Originally intended to maintain peaceful purposes, the protests occurring all along Syria in early 2011, beyond everybody’s expectation, turned into a continuous wave of civil war which has been lasting for more than two and a half years, and is still ongoing.
Estimation of the casualties is possibly up to 100,000; millions more have been, either internally or externally, displaced, and the exodus it results has also caused further chaos in neighboring countries like Lebanon and Turkey. To worsen the situation, there has also been disintegration in the rebel forces themselves. Exacerbated by Obama’s dangerous plan to include military intervention after reports of use in chemical weapons surfaced in global media, which case was only resolved after further negotiation with Russia’s Putin administration, the fate of this once stable country is nowhere in sight.
Al Jazeera has a complete report, compiled in infographic, about the complicating structures of the rebels who, despite overlapping hidden agenda, do share one similitude: they are all vying for the overthrow of Bashar al-Assad’s regime.
In brief, this is a little-known narrative about a confederation of Ainu tribes living on Japan’s northernmost island, Hokkaido, who contested the legitimacy of the shoguns ruling some parts of the island in mid-17th century, led by an aging chieftain named Shakushain.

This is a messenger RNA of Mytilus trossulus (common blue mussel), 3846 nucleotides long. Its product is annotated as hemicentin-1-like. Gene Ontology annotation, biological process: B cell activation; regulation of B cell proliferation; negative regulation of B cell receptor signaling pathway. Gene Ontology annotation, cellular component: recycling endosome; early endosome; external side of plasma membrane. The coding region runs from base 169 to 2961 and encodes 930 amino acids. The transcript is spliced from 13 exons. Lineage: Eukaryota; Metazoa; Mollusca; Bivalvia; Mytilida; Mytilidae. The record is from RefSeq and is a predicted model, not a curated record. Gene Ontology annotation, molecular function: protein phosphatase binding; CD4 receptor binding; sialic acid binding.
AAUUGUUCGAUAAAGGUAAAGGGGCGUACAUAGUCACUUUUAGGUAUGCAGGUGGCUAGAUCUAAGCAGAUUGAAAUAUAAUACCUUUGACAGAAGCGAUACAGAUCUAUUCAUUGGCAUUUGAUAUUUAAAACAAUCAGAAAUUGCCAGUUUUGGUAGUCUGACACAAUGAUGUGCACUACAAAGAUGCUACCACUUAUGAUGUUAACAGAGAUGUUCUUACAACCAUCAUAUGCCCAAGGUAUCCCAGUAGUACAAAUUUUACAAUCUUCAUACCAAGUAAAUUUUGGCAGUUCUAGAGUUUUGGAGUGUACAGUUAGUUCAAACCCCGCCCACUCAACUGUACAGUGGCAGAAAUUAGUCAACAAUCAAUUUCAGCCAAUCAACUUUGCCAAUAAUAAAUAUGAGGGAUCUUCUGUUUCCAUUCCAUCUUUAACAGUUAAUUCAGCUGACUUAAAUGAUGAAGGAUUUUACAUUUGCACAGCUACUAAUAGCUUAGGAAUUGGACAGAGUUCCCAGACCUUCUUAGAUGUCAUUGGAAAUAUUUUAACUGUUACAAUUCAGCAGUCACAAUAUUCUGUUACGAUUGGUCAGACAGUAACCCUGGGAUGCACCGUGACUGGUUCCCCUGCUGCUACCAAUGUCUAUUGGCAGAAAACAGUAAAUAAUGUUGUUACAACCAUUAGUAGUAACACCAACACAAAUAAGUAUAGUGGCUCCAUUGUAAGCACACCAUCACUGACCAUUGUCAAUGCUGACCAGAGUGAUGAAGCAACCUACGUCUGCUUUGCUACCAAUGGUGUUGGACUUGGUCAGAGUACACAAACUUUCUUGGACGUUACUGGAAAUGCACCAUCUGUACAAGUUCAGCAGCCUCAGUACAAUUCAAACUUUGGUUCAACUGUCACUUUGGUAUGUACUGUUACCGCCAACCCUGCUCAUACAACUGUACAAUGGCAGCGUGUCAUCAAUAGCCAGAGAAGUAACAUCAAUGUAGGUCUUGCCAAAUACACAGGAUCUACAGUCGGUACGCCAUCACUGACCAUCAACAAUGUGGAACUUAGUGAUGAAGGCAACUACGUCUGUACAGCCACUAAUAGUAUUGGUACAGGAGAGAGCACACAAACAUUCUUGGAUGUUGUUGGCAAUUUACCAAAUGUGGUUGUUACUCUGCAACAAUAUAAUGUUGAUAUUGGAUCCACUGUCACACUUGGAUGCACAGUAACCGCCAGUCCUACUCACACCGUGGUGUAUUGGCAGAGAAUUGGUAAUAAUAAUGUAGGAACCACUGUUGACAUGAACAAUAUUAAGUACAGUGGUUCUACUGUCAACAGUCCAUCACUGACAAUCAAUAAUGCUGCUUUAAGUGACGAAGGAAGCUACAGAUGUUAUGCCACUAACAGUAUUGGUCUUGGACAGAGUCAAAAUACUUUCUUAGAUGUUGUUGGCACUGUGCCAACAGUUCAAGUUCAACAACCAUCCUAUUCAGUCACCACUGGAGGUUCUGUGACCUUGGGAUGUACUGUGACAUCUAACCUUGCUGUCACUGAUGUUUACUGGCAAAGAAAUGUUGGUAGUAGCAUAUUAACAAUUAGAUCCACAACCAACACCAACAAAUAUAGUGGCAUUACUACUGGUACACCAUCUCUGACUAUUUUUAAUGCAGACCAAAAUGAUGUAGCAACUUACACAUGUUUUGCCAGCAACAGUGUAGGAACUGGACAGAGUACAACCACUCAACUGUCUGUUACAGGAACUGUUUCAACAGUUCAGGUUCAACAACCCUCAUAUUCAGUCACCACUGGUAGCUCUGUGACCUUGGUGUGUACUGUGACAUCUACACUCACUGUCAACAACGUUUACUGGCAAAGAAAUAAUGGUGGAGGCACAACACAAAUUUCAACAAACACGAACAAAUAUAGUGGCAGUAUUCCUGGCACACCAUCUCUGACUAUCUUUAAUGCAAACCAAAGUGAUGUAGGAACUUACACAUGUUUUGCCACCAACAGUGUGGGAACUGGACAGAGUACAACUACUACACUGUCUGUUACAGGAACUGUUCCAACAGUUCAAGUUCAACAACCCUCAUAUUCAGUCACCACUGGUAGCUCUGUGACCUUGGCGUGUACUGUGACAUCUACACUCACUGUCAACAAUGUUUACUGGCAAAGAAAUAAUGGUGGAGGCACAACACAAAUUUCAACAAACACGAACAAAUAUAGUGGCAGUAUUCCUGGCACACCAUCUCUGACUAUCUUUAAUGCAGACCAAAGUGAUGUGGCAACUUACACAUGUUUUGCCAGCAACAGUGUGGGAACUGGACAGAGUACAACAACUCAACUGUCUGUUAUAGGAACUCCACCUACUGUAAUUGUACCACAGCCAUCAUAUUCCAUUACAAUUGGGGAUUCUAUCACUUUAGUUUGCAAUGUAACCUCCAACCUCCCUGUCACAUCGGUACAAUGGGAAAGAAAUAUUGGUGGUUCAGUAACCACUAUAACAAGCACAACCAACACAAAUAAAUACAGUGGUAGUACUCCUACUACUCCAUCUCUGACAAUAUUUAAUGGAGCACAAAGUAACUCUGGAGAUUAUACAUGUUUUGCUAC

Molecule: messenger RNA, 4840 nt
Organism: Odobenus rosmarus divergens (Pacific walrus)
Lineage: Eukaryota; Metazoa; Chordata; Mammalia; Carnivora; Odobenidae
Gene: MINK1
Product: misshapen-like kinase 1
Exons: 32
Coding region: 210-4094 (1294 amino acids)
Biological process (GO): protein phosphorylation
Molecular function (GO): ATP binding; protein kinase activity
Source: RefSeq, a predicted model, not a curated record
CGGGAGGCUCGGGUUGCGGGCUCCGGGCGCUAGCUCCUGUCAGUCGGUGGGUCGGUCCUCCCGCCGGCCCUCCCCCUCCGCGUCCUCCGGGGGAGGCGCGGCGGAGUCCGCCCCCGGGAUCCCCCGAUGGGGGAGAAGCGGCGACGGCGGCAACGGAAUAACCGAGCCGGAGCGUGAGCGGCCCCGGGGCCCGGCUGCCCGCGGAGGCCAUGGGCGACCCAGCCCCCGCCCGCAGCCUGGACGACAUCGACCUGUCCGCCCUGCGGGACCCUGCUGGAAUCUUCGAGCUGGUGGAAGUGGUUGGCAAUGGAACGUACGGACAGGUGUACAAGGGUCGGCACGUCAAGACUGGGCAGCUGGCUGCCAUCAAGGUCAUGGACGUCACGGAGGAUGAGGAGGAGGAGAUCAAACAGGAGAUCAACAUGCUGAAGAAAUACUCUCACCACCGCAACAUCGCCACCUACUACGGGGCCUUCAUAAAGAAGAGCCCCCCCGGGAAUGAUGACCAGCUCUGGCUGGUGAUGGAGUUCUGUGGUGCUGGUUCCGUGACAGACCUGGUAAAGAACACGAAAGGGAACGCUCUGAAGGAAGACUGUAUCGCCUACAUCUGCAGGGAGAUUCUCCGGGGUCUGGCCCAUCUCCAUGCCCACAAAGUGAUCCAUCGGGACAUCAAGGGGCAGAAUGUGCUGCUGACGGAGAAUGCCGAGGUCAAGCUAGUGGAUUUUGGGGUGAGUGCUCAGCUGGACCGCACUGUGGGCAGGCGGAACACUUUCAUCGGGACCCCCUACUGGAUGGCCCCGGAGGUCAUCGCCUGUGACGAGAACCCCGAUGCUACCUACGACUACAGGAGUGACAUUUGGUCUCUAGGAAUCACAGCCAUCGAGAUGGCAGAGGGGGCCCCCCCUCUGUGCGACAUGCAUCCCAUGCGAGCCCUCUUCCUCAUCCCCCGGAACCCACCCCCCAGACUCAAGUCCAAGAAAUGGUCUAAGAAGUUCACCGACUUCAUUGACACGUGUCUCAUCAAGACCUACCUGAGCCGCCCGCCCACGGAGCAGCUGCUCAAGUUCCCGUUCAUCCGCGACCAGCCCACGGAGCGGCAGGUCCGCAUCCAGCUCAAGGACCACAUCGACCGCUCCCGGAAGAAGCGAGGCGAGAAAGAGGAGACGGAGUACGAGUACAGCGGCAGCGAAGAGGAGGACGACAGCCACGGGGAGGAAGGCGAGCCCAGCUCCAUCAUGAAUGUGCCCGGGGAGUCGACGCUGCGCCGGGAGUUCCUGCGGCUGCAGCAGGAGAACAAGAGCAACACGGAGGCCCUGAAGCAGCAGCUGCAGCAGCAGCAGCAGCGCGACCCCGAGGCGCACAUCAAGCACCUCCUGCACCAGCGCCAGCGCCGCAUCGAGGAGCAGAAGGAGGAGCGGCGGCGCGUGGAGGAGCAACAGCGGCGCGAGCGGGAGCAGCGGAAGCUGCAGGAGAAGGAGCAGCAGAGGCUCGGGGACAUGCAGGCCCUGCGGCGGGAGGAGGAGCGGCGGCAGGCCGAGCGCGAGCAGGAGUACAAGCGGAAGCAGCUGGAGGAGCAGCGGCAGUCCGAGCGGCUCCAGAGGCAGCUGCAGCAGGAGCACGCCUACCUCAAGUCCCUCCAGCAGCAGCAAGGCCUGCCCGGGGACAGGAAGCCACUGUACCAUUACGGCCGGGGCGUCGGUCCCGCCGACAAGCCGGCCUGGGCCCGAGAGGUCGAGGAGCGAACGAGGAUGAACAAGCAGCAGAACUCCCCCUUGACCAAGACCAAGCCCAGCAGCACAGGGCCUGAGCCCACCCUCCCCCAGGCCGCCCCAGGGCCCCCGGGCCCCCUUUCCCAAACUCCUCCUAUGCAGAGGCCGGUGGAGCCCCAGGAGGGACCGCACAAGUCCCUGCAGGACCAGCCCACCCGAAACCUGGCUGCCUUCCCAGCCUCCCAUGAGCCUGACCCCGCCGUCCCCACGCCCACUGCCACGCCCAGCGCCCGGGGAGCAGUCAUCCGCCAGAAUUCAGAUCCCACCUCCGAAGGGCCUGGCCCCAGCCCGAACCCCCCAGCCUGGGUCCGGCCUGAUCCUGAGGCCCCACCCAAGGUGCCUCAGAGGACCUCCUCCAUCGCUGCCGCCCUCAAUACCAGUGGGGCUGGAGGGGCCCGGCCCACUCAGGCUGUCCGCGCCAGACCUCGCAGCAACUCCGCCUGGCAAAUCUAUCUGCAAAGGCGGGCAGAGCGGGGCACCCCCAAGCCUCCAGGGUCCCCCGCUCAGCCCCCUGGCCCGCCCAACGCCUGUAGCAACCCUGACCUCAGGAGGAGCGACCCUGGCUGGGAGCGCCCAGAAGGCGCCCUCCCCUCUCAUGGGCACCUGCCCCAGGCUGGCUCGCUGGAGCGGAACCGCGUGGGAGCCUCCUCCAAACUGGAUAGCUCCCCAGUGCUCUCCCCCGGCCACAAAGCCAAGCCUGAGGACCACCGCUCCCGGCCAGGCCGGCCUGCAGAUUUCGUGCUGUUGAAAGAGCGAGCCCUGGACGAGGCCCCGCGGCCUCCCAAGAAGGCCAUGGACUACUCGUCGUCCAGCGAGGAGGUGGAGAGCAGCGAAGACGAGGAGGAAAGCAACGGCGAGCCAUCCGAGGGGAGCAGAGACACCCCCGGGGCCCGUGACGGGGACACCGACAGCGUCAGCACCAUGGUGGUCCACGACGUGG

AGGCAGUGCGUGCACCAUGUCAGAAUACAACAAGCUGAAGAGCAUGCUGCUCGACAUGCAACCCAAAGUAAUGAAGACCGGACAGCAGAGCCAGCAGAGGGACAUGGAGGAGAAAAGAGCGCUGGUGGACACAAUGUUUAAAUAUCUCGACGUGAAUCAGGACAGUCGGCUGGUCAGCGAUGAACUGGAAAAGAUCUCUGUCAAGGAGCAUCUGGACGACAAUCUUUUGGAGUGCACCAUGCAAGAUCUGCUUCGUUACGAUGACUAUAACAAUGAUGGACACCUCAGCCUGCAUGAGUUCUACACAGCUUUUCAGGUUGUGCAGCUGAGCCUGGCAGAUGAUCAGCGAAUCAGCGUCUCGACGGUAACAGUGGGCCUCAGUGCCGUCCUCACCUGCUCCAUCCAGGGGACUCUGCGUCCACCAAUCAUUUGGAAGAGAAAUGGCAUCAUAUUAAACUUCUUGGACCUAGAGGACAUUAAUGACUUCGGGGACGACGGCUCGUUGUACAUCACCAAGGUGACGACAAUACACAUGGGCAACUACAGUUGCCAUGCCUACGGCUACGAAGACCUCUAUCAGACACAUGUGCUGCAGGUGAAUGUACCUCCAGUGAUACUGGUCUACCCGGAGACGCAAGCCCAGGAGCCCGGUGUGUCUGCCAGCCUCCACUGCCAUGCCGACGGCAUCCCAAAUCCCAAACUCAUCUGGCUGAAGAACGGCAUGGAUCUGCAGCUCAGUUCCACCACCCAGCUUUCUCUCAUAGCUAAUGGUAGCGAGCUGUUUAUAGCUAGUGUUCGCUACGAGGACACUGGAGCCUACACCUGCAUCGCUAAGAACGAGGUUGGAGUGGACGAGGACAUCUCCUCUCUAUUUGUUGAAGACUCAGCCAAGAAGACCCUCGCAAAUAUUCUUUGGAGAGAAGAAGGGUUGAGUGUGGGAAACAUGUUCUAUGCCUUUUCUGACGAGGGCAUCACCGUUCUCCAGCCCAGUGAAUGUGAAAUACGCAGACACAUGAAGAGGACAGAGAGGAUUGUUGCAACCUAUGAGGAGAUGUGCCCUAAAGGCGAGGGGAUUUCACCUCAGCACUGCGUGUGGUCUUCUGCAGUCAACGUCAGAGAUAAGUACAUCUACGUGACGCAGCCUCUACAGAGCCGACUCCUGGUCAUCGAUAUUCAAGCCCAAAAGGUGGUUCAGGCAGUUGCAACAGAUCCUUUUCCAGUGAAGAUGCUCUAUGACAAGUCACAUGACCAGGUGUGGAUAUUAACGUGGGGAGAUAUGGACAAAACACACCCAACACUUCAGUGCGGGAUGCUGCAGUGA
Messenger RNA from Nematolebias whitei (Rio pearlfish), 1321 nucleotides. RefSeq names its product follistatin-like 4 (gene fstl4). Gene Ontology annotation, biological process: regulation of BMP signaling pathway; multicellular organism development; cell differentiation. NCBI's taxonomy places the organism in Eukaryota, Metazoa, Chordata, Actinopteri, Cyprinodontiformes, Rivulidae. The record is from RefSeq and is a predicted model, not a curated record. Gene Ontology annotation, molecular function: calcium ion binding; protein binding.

Read the full article on Smithsonian Magazine.
Hokkaido is such a familiar feature on maps of Japan that it is easy to forget what a recent addition it is to both the nation and the state. It does not appear in Japanese chronicles until around 1450, and was not formally incorporated into greater Japan until 1869. As late as 1650, the island was known as “Ezo,” and was a distant frontier zone, only tenuously controlled from Edo (modern Tokyo). Even in the 1740s, Tessa Morris-Suzuki notes, maps of the region still showed it “disappearing over the horizon and petering out in a splash of unconvincing islands.” And while it seems always to have possessed a small population of Japanese hunters and merchants, Hokkaido was home to, and for the most part run by, a significantly larger group of indigenous tribes known collectively as the Ainu.
It was not until the 1660s that Japan asserted its dominance over Hokkaido, and when it did it was as a result of one of the most self-evidently doomed rebellions known to history. Shakushain’s revolt, they called it, after the octogenarian Ainu chief who led it, pitting 30,000 or so ill-organized tribesmen against a nation of 25 million, and stone age military technology against the modern firearms of Japan. He lost, of course; just one Japanese soldier died fighting the rebels, and Shakushain himself was ruthlessly assassinated as soon as a peace treaty was signed. But while the Ainu suffered in the short term–enduring an influx of Japanese onto their island, and ever harsher terms of trade–it no longer seems quite so clear who the real victors were in the long run. Today, Shakushain has become an inspiration to new generations of Ainu nationalists.